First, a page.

There are specific rules under the Income Tax Act that apply to transfers of property between persons who do not deal at arm’s length, which include persons who are related for income tax purposes. When the rules apply, there may be deemed proceeds on the sale, or a deemed cost on the purchase, that differs from the actual proceeds or cost.
Related persons for these purposes include most individuals that you consider your close relatives in a colloquial sense – for example, your children and grandchildren, your parents and grandparents, your siblings, spouses and common-law partners of all of the above, and your in-laws. Interestingly, related persons do not include aunts, uncles, nieces, nephews and cousins.
In terms of corporations, you are related to a corporation if you or a related person control the corporation, or you or a related person are part of a related group that controls the corporation. Control generally means owning more than 50% of the voting shares of the corporation.
As illustrated below, at least two of the rules involving transfers between related persons can be quite onerous.
Rule 1: If you sell property to a related person for proceeds less than fair market value, you will have a deemed disposition at fair market value. However, this rule is one-sided, in that the related person’s cost of the property is not bumped up to fair market value.
You sell property to your son for $4,000. The fair market value of the property is $10,000 and your cost of the property was $4,000.
You will have deemed proceeds of $10,000, resulting in a $6,000 capital gain, half of which will be included in your income as a taxable capital gain. However, your son’s cost will remain $4,000. Therefore, if he sells the property to a third party for the same $10,000, there will be double taxation, since both you and your son will have been taxed on the same $6,000 gain.
Rule 2: If you buy property from a related person and pay more than fair market value, you will have a deemed cost of fair market value. However, similar to the first rule, this rule is one-sided, in that the related person’s proceeds of disposition of the property is not ground down to fair market value.
You buy property from your son for $10,000. The fair market value of the property is $4,000 and his cost of the property was $4,000.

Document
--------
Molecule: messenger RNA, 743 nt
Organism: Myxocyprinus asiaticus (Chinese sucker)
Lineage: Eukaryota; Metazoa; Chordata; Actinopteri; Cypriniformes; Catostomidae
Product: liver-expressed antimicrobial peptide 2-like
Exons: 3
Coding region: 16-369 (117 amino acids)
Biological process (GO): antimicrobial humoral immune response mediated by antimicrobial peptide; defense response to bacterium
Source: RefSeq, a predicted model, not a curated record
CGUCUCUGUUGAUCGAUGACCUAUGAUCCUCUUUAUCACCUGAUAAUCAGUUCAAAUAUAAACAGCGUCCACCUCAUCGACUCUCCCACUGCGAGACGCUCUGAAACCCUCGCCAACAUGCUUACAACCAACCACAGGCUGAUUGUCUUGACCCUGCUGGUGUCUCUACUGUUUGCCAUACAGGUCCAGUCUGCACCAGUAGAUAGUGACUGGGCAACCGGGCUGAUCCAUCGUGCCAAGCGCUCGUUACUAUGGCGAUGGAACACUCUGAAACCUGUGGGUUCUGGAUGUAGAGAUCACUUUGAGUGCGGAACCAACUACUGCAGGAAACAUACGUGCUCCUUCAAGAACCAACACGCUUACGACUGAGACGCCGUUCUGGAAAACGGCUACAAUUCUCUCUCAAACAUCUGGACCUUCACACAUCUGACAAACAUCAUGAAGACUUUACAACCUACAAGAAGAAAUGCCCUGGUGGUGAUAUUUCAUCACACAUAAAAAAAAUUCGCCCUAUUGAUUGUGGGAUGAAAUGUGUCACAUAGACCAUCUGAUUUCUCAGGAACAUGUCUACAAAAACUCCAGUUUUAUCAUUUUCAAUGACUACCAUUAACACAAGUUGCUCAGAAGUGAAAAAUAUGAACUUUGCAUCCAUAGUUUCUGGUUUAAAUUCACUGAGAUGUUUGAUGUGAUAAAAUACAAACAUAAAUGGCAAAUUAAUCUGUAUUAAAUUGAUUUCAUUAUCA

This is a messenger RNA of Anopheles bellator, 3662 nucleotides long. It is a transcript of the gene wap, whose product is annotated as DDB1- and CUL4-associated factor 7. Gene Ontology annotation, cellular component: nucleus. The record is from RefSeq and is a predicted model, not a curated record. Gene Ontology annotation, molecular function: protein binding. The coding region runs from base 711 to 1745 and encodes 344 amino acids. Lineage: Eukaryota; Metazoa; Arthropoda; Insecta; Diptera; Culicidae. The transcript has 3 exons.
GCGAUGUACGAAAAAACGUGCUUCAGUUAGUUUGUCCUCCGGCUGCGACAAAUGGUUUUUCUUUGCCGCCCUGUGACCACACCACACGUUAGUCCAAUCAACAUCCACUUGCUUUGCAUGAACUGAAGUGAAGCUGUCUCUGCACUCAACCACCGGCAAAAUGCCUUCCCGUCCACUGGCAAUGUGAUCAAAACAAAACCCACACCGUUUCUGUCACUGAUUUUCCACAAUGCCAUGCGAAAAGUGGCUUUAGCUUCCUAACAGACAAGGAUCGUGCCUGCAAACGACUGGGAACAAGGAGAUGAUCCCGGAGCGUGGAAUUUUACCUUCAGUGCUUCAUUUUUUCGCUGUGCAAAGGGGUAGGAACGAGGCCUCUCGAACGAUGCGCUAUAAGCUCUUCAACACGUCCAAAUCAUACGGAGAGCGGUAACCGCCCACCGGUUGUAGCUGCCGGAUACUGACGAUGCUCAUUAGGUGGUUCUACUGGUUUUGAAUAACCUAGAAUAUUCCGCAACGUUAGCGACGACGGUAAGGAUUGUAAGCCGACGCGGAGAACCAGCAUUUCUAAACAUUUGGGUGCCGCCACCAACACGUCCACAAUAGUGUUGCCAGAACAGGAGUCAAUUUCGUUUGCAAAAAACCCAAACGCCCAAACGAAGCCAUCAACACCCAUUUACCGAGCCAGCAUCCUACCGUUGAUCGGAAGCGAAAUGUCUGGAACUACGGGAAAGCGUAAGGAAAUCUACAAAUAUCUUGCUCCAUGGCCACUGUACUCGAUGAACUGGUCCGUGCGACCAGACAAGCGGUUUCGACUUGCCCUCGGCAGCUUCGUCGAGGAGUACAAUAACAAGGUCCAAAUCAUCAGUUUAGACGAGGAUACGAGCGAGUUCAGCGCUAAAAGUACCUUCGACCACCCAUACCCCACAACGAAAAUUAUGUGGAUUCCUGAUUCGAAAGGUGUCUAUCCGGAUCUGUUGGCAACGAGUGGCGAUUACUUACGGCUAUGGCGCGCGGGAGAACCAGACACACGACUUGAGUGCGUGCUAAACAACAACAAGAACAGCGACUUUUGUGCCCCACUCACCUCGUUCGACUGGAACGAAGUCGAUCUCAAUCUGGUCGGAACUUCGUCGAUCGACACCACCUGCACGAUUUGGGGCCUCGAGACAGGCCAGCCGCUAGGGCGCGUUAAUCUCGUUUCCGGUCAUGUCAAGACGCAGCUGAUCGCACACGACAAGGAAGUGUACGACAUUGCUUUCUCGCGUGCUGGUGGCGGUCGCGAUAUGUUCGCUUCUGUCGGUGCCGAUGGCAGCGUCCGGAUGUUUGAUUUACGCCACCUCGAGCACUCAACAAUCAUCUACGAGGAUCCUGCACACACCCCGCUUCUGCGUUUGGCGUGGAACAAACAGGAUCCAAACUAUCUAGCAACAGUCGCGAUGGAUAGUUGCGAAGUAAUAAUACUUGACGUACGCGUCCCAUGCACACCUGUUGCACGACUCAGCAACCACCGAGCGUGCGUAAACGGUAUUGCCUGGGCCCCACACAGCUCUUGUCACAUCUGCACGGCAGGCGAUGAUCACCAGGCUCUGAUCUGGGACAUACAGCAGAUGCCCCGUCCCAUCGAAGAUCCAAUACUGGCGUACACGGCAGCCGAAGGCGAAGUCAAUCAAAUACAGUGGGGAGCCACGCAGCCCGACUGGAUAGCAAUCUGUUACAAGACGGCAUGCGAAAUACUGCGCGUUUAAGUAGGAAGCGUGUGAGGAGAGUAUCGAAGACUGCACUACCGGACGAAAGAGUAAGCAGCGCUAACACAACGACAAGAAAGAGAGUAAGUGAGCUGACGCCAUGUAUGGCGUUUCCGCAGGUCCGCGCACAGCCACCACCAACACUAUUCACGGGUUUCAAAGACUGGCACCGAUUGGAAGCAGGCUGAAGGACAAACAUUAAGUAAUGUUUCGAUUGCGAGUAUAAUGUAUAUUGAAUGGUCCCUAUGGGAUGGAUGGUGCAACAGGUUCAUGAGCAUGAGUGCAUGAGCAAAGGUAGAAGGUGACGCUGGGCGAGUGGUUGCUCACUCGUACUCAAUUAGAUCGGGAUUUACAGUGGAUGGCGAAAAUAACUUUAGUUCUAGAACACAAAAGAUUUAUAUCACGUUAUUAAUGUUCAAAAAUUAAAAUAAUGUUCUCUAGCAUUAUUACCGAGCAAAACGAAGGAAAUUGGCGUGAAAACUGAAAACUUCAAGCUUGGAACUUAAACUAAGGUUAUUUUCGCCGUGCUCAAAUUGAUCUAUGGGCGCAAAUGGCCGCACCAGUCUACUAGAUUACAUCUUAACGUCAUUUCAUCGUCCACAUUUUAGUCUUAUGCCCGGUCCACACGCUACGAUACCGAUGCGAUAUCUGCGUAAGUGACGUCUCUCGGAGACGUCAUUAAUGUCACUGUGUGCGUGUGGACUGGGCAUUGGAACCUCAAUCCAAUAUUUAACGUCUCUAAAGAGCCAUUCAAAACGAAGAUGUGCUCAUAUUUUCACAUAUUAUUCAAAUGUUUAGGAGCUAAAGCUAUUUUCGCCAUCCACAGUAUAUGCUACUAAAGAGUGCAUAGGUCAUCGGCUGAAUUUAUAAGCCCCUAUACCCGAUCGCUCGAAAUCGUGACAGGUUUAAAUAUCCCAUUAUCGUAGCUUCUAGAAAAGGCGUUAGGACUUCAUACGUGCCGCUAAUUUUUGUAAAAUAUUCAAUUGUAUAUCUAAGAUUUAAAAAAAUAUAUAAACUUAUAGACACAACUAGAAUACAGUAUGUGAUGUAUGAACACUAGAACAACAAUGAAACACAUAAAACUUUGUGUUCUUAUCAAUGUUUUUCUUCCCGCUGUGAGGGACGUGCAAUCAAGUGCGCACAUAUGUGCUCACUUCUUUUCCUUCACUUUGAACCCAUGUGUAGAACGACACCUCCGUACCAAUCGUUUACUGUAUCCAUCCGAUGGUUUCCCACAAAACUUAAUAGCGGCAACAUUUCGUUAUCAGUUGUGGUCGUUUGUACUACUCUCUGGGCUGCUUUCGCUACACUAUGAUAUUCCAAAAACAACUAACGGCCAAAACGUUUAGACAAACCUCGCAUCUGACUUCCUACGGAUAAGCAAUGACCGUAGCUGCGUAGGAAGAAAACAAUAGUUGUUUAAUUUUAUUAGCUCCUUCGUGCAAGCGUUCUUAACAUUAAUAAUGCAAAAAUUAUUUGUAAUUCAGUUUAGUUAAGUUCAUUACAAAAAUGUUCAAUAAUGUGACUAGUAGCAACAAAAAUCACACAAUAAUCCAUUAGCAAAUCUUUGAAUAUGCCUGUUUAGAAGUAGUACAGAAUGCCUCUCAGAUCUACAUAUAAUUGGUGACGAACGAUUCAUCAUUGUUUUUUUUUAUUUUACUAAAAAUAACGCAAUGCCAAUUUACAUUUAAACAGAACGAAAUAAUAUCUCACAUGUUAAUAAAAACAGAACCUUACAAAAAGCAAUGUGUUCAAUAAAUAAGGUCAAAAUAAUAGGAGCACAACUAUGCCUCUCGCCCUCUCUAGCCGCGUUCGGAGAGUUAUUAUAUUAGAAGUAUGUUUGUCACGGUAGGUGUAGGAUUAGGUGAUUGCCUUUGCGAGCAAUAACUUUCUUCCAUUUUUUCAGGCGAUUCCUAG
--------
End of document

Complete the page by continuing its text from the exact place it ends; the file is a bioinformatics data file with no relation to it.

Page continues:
You will have a deemed cost of the property of $4,000, even though you paid $10,000 for the property. However, your son’s proceeds will remain $10,000. Therefore, he will have a capital gain of $6,000 and taxable capital gain of $3,000. And if you subsequently sell the property for more than $4,000, you will also have a capital gain.
Rule 3: If you make a gift of property to any person, whether related or not, you will have a deemed disposition at fair market value. The person will have a deemed cost of the property equal to its fair market value.
You give property to your son. The fair market value of the property is $10,000 and your cost of the property was $4,000.
You will have deemed proceeds of $10,000, resulting in a $6,000 capital gain, half of which will be included in your income as a taxable capital gain. However, in contrast to the first rule, your son’s cost will equal $10,000. So if he turns around and sells the property for $10,000, there will be no double taxation.
As you can see, making a gift of property is much better than selling it to relative for a nominal price.
Transfers to Spouse
An exception to the above rules applies where you transfer property to your spouse (or common-law partner). In such case, there is an automatic “rollover”, which means you have a deemed disposition at your tax cost of the property and your spouse inherits the same cost of the property.
However, if you wish, you can elect out of the rollover, in which case the above rules may apply where applicable.
You give property to your spouse. The fair market value of the property is $10,000 and your cost of the property was $4,000.
Under the rollover, your proceeds will automatically be $4,000 and you will have no gain to report. Your spouse’s cost of the property will be $4,000.
If you elect out of the rollover, you will have deemed proceeds of $10,000, resulting in a $6,000 capital gain. You might consider this election, say, if you had unused capital losses that could offset the gain, so that you would not pay any actual tax on the gain. The upside would be that your spouse’s cost of the property would be bumped up to $10,000.
Note that the election out of the rollover cannot normally trigger a loss. That is, when you sell property to your spouse at a loss, the “superficial loss” rules under the Income Tax Act normally apply, meaning that your loss will be denied.
Transfer of income-earning property
The above rules apply equally to personal property as well as income-earning property. However, as discussed in our May 2018 Tax Letter, for income-earning property, the income attribution rules may apply after you transfer the property (in the case of a transfer to your spouse or minor child). For example, if you simply give property to your spouse or minor child, any subsequent income from the property will normally be attributed back and included in your income.
Transfer by tax debtor
Finally, if you are considering transferring property for less than its fair market value to a family member (whether by sale or gift), make sure you don’t have any debts to the CRA, from the past or the current year, that you’ll be unable to pay. If you have such debts, the CRA can assess your relative to collect the net value you transferred to them, to pay your tax debt. This rule, under section 160 of the Income Tax Act, was discussed in detail in our September 2016 letter.